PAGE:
She would vote for Claudia — because she’s there to make a difference.

As people who work in libraries, we give a lot of fucks.

We know something about being a force for good in the universe.

And the final speaker was Elizabeth Acevedo, who won the Michael L. Printz Award for Poet X.

She’s talking about inscriptions.

When she was in high school, a teacher put Heaven, by Angela Johnson, into her hands. It was the first time she read about a teen father in a book. She had questions, and her teacher told her to write to Angela Johnson.

She didn’t answer, but then a book about that teen father was published — The First Part Last. It was inscribed to Elizabeth Acevedo and the students at her school. It was the first time she saw her name in print. That book won the Printz Award.

Later, as a teacher, she just tried to get the kids to love reading.

A kid asked her, “Where are the books about us?” She pulled authors who write about people of color. They read those and kept asking, “What’s next?”

That’s why she wrote Poet X.

She wasn’t going to make accommodations.

That’s why the inscription — to that student. This girl gets to see her name in print.

She’s thankful the family she married into supported her going to grad school in creative writing.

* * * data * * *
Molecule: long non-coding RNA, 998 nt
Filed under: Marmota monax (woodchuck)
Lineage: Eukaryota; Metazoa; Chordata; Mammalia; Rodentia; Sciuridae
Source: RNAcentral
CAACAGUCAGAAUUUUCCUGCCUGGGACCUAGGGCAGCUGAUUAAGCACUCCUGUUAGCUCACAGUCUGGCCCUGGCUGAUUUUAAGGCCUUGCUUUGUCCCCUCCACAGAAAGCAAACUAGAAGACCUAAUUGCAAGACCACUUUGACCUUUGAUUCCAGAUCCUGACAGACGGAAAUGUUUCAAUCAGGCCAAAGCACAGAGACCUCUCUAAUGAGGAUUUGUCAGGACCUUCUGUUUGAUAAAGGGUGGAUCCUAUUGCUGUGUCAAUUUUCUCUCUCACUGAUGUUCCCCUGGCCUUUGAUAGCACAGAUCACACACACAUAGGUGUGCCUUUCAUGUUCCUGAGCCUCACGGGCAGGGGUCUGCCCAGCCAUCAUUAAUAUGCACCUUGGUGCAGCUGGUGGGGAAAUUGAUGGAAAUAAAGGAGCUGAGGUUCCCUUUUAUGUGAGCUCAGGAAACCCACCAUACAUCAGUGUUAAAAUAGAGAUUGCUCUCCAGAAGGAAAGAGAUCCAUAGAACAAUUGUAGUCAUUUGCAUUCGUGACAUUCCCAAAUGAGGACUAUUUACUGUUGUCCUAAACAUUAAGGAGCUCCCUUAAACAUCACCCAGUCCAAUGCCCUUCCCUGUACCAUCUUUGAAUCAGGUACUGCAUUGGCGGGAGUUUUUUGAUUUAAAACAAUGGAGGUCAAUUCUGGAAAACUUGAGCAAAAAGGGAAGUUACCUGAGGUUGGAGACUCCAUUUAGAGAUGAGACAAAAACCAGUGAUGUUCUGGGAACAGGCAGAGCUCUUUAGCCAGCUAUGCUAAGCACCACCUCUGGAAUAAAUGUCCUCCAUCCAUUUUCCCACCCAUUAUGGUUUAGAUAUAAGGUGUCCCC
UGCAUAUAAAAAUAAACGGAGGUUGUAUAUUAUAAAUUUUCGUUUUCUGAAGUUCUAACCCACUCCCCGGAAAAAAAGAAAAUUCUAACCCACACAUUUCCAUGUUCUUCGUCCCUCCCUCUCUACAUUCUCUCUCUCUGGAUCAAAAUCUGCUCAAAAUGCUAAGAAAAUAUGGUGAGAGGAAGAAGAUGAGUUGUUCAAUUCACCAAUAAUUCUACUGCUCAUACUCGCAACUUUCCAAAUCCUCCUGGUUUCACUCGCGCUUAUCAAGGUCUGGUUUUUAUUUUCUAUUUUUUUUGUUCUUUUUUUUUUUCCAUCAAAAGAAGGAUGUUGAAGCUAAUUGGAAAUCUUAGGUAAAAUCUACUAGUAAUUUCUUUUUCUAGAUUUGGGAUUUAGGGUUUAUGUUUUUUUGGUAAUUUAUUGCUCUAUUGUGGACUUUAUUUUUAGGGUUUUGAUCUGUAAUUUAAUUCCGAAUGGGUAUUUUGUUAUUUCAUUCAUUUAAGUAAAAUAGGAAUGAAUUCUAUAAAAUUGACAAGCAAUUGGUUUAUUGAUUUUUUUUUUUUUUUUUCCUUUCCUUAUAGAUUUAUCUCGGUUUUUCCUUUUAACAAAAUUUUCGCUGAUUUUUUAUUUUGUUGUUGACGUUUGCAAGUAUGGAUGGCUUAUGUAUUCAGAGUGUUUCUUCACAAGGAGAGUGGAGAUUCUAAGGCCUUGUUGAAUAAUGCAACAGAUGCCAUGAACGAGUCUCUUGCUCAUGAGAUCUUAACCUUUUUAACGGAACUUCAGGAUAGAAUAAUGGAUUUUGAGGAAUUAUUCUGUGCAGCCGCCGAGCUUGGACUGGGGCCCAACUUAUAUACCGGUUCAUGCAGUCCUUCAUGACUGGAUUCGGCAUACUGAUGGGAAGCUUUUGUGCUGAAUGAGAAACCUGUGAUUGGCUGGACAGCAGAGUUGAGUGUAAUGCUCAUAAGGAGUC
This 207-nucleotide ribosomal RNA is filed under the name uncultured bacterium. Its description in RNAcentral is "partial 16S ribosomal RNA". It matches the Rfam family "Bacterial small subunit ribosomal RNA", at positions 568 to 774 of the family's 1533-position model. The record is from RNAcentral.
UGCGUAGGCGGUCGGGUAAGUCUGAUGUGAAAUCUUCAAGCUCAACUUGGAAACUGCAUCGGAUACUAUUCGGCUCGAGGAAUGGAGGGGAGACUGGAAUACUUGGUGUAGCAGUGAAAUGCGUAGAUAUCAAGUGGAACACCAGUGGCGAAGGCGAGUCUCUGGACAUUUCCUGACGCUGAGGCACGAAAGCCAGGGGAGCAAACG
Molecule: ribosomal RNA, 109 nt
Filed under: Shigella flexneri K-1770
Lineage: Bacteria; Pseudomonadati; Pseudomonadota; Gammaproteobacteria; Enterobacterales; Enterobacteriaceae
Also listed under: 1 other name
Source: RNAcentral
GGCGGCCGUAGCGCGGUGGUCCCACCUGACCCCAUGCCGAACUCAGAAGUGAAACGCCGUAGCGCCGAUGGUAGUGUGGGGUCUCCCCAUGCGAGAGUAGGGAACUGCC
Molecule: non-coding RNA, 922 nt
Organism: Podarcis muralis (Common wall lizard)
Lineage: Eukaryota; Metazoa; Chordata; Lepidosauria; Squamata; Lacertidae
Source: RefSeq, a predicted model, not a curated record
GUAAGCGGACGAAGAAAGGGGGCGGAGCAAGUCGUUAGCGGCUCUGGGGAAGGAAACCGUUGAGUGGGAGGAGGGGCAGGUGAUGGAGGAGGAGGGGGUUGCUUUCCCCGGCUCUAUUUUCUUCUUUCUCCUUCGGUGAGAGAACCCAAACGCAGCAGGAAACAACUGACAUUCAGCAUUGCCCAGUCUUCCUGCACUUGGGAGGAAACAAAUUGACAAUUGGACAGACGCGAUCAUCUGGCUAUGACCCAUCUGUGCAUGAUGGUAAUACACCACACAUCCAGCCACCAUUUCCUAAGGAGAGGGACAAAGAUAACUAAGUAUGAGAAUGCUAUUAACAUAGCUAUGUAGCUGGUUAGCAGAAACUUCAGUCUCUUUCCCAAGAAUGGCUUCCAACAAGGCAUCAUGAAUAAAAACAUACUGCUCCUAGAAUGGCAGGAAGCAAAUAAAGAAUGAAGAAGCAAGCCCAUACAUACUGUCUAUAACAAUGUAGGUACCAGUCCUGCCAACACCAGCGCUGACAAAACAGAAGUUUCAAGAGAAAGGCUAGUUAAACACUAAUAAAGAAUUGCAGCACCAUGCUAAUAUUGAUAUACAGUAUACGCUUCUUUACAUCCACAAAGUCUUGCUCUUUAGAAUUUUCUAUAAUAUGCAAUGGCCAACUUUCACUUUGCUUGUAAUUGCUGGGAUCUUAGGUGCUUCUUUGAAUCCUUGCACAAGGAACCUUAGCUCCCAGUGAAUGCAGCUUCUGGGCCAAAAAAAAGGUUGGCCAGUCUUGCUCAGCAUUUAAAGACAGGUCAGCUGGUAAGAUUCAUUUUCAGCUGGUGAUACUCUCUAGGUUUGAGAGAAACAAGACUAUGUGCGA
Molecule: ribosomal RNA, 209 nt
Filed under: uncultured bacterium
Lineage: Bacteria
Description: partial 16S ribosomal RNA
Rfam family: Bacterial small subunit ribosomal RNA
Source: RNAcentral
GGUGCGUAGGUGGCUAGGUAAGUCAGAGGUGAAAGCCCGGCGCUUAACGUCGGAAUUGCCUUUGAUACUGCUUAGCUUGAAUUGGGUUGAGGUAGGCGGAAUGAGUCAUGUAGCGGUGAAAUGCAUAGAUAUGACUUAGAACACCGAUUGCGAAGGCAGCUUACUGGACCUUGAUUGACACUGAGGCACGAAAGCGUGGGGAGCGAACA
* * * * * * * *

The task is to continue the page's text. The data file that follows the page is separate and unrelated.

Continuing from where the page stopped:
Her book ends: “Isn’t that what a poem is? A lantern glowing in the dark.”

She hopes young people will allow themselves to be opened up.

Her role as a writer is to empower other people to write.

We’re here and deserve to be here.

We are still here and we can still heal.

Conference Corner: Tomi Adeyemi

Tuesday, July 9th, 2019

On my final day of ALA Annual Conference in DC, I spent far too much time in line to get to meet George Takei and get a signed excerpt from his book. After that, I roamed the exhibits. I did manage to get some free copies of two of Meg Medina’s backlist titles as well as some other goodies and then had lunch. By that time the afternoon was getting on, and I went to the Auditorium Speaker Series to hear Tomi Adeyemi speak. She is the author of a bestselling Western African Fantasy series.

The moderator was Dr. Rose Brock.

RB: Why did you choose a fantasy setting?

TA: A story embedded in my DNA is Avatar: The Last Airbender. She wanted such a fully formed world. Before this story, she hadn’t realized there could be black gods and goddesses — not even in her own imagination.

She was in a Brazilian gift shop and saw art of gods and goddesses with black people in them.

From two paintings with black people in them, The Children of Blood and Bone was born. It shows the importance of representation. This is what can happen when you see a little bit of yourself.

The story was also influenced by The Hunger Games and the ugly backlash online that happened when good characters were black. It was also the year Trayvon Martin was shot.

She realized that it’s real and it’s deep. An unraveling started.

It got her feeling hopeless. Why dream? Why work hard? Why achieve anything?

At first, she thought her story would take something like the form of The Hate U Give.

When she made her plan, she discovered her Police Brutality story and her West African Fantasy were the same story.

She reclaimed common tropes from fantasy.

Every obstacle in the book is based on real things black people have gone through.

We all have prejudice on all sides. Zalie gets to hit people and express anger the author feels!